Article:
Facebook data breach - Aleksandr Kogan

Vietnam Aims to Replace ‘Toxic’ Facebook with Domestic Networks

The internet and social media outlets like Facebook were supposed to increase people’s freedoms. The technology was meant to enable the free exchange of ideas across the globe. All sorts of uncensored ideas.

The reality is turning out to be quite different.

Governments the world over — even in supposedly free societies like Australia, the EU and the US — are moving to monitor and censor what you can post and read on social media.

‘Hate speech’ is now being actively tracked and deleted from the likes of Facebook, Twitter and Google. But who defines what counts as hate speech?

Even in Australia, it’s a stretch to trust government bureaucrats to make that decision for you. And if the Nanny State grows over time rather than withers, the definition of hate could expand to any internet posting that may cause offence.

Of course, censorship efforts in the West are still far behind what’s going on in nations like China and Vietnam.

In fact, the Vietnamese government has just put Facebook on notice as it encourages a shift to ‘domestic social networks’.

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Vietnam’s new cybersecurity law

In November last year, Vietnam announced it wanted half of social media users in their country on domestic social networks by 2020. They also wanted to make plans to prevent ‘toxic information’ on Facebook and Google.

And it seems they’re living up to their aspirations.

Vietnam’s new cybersecurity law — effective since 1 January 2019  — enables the communist-ruled Vietnamese state and government to have control of cyber data, to achieve ‘the ultimate goal of maintaining Vietnam’s national security and “social order”’, says international law firm Allens.

Allens also defines the law as ‘unprecedented in its far-reaching coverage and the extensive powers it gives to the state’.

The law essentially involves the censoring of any ‘offending information’, in as many forms which this phrase can take as possible. This includes the obvious offenses like spreading false or defamatory claims about government agencies and actions.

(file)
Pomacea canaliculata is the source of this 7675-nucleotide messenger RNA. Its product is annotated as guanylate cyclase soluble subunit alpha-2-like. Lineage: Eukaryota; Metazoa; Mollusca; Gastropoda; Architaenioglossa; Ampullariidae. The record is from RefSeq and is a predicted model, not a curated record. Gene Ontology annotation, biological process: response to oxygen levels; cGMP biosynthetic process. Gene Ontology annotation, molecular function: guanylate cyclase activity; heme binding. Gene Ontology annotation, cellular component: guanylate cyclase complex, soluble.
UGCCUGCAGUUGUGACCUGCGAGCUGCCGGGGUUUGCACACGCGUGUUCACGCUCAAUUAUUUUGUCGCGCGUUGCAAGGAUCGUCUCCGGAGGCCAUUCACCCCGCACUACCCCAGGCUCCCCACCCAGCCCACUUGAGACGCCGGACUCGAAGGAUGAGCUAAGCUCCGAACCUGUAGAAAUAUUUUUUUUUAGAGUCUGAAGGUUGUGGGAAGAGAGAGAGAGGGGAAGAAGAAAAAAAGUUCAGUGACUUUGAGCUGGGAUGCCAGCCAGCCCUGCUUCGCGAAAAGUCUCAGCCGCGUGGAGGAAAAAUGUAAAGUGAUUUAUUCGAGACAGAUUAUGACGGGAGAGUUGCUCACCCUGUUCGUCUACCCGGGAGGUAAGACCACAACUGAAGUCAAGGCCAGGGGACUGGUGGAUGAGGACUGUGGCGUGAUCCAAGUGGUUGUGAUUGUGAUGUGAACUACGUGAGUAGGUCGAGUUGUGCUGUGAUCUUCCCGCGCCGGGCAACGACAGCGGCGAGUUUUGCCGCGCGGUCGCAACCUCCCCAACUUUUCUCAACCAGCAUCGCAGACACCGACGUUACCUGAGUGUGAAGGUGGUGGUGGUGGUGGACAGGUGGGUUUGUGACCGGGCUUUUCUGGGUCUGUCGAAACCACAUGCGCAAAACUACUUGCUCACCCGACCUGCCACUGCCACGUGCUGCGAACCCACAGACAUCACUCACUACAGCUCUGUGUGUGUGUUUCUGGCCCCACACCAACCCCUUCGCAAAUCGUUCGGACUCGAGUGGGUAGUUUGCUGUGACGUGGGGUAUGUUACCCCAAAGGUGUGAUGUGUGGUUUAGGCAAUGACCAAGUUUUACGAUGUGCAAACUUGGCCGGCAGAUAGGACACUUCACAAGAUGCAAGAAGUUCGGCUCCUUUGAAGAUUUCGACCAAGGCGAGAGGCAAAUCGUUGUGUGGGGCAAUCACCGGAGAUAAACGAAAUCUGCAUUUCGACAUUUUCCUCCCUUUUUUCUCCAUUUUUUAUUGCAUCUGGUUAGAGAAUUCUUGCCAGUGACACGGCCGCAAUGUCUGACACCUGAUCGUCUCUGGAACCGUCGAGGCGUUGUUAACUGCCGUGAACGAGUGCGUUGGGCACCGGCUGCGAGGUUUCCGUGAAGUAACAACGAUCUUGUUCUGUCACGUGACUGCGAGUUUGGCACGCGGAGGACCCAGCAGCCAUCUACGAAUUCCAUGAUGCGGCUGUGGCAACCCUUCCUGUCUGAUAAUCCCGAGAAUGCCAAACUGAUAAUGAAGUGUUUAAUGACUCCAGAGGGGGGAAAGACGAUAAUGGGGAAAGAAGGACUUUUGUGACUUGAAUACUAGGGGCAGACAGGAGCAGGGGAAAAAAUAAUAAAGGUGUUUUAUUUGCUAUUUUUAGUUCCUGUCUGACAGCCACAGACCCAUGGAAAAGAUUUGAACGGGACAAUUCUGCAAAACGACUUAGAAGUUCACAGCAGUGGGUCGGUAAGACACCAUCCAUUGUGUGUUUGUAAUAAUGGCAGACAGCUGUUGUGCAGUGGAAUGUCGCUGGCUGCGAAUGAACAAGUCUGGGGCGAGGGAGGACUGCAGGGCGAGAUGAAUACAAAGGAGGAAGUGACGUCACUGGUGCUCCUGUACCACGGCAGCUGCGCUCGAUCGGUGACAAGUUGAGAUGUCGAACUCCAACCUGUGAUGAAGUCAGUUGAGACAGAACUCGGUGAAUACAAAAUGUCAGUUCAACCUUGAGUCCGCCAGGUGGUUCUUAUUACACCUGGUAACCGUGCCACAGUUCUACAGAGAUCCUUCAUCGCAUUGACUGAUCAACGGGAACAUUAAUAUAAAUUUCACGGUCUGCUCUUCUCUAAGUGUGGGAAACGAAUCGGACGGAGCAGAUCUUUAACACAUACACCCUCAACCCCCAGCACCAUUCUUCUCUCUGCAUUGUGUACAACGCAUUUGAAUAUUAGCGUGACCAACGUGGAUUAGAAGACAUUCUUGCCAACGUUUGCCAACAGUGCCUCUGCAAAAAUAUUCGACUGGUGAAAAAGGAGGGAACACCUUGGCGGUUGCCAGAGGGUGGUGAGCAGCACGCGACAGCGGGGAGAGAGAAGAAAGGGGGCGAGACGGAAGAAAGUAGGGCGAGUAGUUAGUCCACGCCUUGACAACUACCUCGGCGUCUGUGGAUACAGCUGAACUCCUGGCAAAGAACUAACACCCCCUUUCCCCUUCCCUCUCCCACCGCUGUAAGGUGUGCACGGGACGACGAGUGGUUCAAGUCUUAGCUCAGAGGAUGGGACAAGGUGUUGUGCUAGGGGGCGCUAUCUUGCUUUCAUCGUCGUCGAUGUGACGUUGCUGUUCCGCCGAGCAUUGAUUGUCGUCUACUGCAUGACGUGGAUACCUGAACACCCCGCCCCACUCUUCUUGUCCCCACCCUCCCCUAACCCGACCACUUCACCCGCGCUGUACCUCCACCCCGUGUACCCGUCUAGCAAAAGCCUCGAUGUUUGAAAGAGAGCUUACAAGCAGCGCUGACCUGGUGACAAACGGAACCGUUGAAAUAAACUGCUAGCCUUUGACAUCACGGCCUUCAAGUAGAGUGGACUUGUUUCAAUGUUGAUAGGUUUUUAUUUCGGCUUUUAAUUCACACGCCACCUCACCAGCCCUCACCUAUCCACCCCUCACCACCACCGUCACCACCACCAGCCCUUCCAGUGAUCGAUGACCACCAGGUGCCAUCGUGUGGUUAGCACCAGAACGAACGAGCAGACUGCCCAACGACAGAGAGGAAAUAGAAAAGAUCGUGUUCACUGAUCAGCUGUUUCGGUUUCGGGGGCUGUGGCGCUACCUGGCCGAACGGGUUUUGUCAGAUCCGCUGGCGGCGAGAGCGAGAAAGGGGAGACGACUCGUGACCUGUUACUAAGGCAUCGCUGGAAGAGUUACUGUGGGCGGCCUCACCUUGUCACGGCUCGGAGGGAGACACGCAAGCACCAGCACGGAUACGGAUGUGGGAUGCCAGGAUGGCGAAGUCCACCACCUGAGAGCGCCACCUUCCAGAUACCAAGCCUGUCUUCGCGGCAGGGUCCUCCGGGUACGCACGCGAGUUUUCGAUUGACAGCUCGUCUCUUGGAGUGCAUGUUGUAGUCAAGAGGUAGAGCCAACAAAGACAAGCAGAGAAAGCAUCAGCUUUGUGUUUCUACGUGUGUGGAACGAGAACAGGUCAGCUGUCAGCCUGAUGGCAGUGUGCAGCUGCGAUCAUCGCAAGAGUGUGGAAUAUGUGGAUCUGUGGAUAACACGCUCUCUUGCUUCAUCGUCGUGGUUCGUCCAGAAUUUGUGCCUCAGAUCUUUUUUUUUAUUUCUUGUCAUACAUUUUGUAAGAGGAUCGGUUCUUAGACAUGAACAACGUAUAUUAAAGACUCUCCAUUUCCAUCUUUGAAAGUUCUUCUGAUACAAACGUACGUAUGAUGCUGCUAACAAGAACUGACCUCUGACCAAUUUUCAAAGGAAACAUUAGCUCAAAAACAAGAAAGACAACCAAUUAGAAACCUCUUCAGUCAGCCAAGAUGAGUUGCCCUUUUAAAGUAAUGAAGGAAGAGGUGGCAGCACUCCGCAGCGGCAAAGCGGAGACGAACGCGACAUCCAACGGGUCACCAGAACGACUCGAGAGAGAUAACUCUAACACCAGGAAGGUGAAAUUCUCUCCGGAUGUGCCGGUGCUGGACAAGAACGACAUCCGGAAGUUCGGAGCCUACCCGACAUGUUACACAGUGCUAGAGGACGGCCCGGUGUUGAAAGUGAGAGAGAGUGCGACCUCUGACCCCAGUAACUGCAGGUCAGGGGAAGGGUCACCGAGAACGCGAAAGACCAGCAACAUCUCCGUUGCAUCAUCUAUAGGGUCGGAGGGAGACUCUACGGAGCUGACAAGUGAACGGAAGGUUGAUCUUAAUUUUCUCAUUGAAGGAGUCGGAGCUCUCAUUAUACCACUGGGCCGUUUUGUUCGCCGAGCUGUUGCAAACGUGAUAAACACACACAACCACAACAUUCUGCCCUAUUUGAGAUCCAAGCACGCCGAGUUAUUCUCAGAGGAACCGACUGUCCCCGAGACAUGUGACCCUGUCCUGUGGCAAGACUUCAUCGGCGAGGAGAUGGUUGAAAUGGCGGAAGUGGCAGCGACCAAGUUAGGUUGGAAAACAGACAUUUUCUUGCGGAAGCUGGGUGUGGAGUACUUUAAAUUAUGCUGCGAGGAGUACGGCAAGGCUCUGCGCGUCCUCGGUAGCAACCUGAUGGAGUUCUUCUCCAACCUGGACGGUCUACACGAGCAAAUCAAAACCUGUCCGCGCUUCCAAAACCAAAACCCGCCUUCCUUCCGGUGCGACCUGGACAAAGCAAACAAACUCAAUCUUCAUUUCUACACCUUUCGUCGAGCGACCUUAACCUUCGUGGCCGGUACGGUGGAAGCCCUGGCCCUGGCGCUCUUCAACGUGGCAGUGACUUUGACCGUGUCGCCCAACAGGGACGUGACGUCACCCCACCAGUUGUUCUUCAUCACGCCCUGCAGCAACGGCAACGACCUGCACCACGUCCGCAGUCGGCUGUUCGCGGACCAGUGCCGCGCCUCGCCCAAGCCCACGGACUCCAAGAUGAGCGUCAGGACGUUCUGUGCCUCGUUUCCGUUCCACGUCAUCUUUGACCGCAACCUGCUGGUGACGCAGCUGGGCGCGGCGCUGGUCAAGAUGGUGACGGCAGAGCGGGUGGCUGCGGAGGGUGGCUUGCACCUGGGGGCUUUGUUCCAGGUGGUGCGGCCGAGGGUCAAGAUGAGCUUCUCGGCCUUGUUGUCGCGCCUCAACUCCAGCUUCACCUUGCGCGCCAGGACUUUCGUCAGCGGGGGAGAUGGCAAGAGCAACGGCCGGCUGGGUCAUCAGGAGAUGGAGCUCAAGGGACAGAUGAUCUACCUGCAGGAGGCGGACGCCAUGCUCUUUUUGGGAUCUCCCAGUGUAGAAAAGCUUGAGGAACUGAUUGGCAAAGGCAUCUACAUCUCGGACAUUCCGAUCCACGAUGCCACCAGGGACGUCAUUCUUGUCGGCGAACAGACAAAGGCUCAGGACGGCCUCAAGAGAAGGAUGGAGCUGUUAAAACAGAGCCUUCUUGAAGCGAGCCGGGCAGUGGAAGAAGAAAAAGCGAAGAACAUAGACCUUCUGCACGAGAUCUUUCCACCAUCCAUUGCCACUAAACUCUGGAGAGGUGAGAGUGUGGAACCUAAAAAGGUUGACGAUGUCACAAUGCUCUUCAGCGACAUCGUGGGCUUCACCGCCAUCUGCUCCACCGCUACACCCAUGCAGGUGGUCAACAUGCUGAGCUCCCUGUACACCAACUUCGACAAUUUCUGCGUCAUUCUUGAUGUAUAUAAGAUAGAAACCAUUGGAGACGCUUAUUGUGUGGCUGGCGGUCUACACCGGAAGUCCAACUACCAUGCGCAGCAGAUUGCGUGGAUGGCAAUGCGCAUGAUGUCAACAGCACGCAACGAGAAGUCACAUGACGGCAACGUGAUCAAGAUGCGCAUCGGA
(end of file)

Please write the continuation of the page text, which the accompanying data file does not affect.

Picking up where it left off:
However, vaguely defined offences, such as producing content ‘that incites riots…and/or social disorders’ means Vietnam can potentially charge any negative post that triggers a similar negative reply.

And this is exactly situation which Facebook finds themselves in.

Facebook’s violation

According to RAW, Vietnamese state media have reported Facebook violating the new cybersecurity law by allowing anti-governmental posts to be published on the platform.

Facebook had reportedly not responded to a request to remove fan pages provoking activities against the state,’ the official Vietnam News Agency said, citing the Ministry of Information and Communication.

Such content was reportedly ‘slanderous’, involving the defamation of certain individuals and organisations, and thus was considered to ‘seriously violate’ the new law, as the Agency quoted the Ministry.

A Facebook spokeswoman spoke on behalf of the company, saying: ‘We have a clear process for governments to report illegal content to us, and we review all these requests against our terms of service and local law’.

Perhaps, what they’ve failed to realise, is that Vietnam’s new decree now insists on Facebook following their local law.

Vietnam wants a local Facebook

Another key component of this new cybersecurity law is that it requires tech firms to ‘have headquarters or representative offices in Vietnam…and store within Vietnam the data of Vietnamese users’, as per the draft. The law also states that telecommunications and internet services must ‘provide Vietnamese users’ data upon request’.

As RAW reports, global tech groups have seen the inarguable issue such a set up will have on the nation, as it could undermine development and stifle innovation in Vietnam.

From a business perspective, it will only take a simple request for authorities to gain access customer data and possibly expose arrest-worthy behaviour of employees.

One bad work day could cost you your job…or the entire business’ livelihood!

Naturally Facebook — a gunner for free speech — is refusing to release information to Vietnamese officials on ‘fraudulent accounts’, as RAW reports.

Vietnam’s response is a threat from the Information Ministry to tax Facebook for their advertising revenue from the platform. How dare they earn money from exposing the nation’s flaws.

Supposedly US$235 million was spent on advertising on Facebook in Vietnam last year, but Facebook are remaining ignorant to any tax obligations.

And, for as long as possible, they’ll likely ignore these efforts to rid the world of the freedom of expression. It looks to be only a matter of time, though.

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The Australian Tribune Editorial

The Australian Tribune Editorial

The Australian Tribune is an unorthodox news service. Your Australian Tribune editorial team deliver the unfiltered stories that could impact your daily life — political and economic stories you’re unlikely to get anywhere else. And we’re not afraid to step on some toes to do it. We are honest, conservative and never dull. We are an independent service, meaning we don’t answer to shareholders or outside advertisers. This helps avoid conflicts of interest that inhibit mainstream sources, which keeps our voice independent. The Australian Tribune is owned and operated by Port Phillip Publishing.
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